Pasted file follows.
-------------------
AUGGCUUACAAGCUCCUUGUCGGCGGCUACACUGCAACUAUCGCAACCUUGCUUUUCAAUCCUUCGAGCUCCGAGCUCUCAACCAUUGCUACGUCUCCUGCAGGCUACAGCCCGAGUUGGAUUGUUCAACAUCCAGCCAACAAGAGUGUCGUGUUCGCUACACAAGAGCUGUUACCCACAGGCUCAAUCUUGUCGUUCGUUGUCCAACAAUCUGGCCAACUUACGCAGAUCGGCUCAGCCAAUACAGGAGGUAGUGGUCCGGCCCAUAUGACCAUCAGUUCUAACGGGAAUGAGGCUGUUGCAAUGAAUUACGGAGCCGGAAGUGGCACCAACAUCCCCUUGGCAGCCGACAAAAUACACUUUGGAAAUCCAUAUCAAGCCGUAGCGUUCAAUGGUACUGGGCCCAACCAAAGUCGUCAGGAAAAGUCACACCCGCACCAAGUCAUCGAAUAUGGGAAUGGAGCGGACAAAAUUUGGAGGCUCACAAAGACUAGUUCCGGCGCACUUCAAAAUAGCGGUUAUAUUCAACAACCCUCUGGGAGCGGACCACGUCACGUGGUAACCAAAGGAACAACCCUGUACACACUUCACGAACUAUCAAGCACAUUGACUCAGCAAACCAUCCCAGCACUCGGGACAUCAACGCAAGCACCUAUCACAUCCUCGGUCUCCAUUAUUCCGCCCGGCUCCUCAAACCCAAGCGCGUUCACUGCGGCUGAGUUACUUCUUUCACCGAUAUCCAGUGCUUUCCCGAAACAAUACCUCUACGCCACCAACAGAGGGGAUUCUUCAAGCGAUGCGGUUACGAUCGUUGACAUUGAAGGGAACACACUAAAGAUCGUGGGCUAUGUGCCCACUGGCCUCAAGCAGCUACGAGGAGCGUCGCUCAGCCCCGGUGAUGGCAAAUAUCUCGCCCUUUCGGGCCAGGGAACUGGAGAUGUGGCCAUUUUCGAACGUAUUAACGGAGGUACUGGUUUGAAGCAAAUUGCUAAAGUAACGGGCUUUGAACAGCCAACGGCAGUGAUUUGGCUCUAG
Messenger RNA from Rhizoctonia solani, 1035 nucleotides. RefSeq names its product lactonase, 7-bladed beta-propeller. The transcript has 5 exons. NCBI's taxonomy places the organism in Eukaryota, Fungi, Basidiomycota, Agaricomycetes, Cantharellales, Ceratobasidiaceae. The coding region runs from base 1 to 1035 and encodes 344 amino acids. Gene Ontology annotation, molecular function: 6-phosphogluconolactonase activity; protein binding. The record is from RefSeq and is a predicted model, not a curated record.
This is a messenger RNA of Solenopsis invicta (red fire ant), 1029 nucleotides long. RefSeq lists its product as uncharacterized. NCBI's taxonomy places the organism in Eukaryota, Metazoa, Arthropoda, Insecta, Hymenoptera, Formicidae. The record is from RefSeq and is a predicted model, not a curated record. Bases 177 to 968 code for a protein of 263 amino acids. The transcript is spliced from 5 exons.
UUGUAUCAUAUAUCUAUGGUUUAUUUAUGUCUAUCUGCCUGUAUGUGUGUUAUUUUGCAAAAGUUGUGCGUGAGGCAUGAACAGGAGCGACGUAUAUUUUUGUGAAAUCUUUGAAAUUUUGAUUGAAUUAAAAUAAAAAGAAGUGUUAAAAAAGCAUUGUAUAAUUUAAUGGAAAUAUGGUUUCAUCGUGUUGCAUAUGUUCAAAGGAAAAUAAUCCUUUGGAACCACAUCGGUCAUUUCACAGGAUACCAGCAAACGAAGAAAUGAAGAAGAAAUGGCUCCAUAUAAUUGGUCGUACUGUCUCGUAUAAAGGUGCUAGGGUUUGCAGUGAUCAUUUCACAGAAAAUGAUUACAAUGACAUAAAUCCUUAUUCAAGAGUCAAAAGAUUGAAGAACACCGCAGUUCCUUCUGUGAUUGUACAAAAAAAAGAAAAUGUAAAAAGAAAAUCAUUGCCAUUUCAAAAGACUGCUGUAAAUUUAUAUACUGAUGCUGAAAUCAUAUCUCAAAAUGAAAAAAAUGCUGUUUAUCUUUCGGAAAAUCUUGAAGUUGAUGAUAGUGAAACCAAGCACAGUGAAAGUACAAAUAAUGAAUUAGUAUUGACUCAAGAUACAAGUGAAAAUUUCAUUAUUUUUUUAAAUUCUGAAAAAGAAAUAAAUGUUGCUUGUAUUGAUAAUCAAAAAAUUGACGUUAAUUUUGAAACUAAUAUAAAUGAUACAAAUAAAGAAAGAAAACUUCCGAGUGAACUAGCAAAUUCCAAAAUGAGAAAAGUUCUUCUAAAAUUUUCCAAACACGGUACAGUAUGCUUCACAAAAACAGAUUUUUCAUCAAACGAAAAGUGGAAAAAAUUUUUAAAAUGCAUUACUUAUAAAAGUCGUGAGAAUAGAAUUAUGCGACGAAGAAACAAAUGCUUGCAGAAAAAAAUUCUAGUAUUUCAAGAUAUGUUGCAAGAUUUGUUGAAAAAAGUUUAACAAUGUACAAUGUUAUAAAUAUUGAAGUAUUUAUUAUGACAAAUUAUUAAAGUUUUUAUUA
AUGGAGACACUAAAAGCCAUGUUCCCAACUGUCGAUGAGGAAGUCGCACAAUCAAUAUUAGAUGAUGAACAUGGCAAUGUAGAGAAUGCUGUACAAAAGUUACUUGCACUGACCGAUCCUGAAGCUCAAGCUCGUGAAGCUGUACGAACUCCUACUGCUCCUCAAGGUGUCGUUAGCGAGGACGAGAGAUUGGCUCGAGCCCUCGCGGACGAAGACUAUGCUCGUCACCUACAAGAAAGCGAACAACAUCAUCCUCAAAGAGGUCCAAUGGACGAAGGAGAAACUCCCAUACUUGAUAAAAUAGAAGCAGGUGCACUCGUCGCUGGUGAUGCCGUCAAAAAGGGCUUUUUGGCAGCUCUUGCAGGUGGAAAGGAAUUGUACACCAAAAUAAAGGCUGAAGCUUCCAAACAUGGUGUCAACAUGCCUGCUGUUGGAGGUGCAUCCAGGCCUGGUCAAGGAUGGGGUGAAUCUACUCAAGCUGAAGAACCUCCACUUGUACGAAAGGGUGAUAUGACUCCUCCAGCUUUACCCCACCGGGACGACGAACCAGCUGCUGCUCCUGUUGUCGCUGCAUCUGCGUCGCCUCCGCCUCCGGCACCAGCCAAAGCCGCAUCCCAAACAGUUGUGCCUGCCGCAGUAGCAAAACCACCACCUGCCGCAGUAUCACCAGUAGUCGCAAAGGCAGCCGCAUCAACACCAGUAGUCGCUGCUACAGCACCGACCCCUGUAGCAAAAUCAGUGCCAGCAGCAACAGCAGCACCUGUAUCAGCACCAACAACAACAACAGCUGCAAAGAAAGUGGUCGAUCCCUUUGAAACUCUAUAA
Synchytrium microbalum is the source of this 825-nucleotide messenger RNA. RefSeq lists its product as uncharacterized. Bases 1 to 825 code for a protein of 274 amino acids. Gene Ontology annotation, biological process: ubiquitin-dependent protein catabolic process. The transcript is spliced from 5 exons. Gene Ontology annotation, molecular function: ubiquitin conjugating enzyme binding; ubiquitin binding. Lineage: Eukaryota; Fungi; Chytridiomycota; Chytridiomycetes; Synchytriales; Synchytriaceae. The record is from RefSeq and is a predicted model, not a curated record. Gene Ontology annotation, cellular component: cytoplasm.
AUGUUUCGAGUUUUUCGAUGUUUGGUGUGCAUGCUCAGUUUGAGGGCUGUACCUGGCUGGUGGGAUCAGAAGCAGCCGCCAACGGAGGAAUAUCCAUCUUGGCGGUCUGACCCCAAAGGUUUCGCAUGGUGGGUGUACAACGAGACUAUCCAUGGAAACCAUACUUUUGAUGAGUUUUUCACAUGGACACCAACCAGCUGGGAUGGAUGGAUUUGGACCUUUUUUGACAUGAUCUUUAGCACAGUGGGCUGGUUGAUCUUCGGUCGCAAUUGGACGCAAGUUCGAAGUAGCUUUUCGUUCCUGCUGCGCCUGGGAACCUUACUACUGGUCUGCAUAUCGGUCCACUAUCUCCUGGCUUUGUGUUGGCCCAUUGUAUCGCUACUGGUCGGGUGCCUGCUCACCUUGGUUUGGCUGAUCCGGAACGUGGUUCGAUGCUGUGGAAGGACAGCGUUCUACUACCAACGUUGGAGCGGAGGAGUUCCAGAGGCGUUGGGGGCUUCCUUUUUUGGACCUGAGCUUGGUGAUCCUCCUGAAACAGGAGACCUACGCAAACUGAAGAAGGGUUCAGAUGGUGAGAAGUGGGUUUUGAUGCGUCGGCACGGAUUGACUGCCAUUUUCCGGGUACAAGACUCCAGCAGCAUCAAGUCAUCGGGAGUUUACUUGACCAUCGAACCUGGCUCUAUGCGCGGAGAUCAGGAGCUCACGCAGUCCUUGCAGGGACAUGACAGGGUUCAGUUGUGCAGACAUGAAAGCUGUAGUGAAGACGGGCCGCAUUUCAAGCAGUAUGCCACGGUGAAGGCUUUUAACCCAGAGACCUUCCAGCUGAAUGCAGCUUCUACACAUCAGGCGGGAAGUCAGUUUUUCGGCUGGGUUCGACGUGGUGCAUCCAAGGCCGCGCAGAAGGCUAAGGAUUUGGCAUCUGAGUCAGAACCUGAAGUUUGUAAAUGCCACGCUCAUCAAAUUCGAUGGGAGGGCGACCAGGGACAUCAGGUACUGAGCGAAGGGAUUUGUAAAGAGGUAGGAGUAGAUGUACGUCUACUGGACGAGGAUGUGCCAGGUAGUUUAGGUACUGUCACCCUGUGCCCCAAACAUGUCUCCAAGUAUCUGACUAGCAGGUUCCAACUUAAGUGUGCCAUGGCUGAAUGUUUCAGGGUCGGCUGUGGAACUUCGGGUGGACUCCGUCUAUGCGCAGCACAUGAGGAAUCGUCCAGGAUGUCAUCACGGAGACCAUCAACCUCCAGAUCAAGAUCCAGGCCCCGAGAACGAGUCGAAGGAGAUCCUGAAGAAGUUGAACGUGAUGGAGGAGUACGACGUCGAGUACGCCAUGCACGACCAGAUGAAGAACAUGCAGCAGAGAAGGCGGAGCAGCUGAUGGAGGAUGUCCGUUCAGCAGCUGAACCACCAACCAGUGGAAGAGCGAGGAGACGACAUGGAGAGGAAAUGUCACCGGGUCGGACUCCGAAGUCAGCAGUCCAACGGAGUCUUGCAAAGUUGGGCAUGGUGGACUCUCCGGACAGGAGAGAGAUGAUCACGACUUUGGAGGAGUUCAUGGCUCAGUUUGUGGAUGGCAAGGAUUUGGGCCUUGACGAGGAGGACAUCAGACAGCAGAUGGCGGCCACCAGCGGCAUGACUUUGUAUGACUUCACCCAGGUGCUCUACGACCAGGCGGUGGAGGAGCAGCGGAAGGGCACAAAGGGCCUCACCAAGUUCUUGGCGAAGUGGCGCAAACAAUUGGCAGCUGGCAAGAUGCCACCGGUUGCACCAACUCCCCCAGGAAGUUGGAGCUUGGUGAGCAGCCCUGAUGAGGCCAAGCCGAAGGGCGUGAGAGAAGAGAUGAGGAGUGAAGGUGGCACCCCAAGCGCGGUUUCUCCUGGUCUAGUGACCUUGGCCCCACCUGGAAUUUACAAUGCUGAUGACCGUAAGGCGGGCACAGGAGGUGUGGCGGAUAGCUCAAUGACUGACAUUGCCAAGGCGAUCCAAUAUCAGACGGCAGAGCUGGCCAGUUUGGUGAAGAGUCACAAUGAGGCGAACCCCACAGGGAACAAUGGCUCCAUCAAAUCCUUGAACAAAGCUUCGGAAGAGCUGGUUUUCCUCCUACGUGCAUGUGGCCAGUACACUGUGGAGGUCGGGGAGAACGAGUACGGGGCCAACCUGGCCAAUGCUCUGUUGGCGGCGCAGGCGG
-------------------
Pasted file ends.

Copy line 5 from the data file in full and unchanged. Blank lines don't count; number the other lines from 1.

AUGGAGACACUAAAAGCCAUGUUCCCAACUGUCGAUGAGGAAGUCGCACAAUCAAUAUUAGAUGAUGAACAUGGCAAUGUAGAGAAUGCUGUACAAAAGUUACUUGCACUGACCGAUCCUGAAGCUCAAGCUCGUGAAGCUGUACGAACUCCUACUGCUCCUCAAGGUGUCGUUAGCGAGGACGAGAGAUUGGCUCGAGCCCUCGCGGACGAAGACUAUGCUCGUCACCUACAAGAAAGCGAACAACAUCAUCCUCAAAGAGGUCCAAUGGACGAAGGAGAAACUCCCAUACUUGAUAAAAUAGAAGCAGGUGCACUCGUCGCUGGUGAUGCCGUCAAAAAGGGCUUUUUGGCAGCUCUUGCAGGUGGAAAGGAAUUGUACACCAAAAUAAAGGCUGAAGCUUCCAAACAUGGUGUCAACAUGCCUGCUGUUGGAGGUGCAUCCAGGCCUGGUCAAGGAUGGGGUGAAUCUACUCAAGCUGAAGAACCUCCACUUGUACGAAAGGGUGAUAUGACUCCUCCAGCUUUACCCCACCGGGACGACGAACCAGCUGCUGCUCCUGUUGUCGCUGCAUCUGCGUCGCCUCCGCCUCCGGCACCAGCCAAAGCCGCAUCCCAAACAGUUGUGCCUGCCGCAGUAGCAAAACCACCACCUGCCGCAGUAUCACCAGUAGUCGCAAAGGCAGCCGCAUCAACACCAGUAGUCGCUGCUACAGCACCGACCCCUGUAGCAAAAUCAGUGCCAGCAGCAACAGCAGCACCUGUAUCAGCACCAACAACAACAACAGCUGCAAAGAAAGUGGUCGAUCCCUUUGAAACUCUAUAA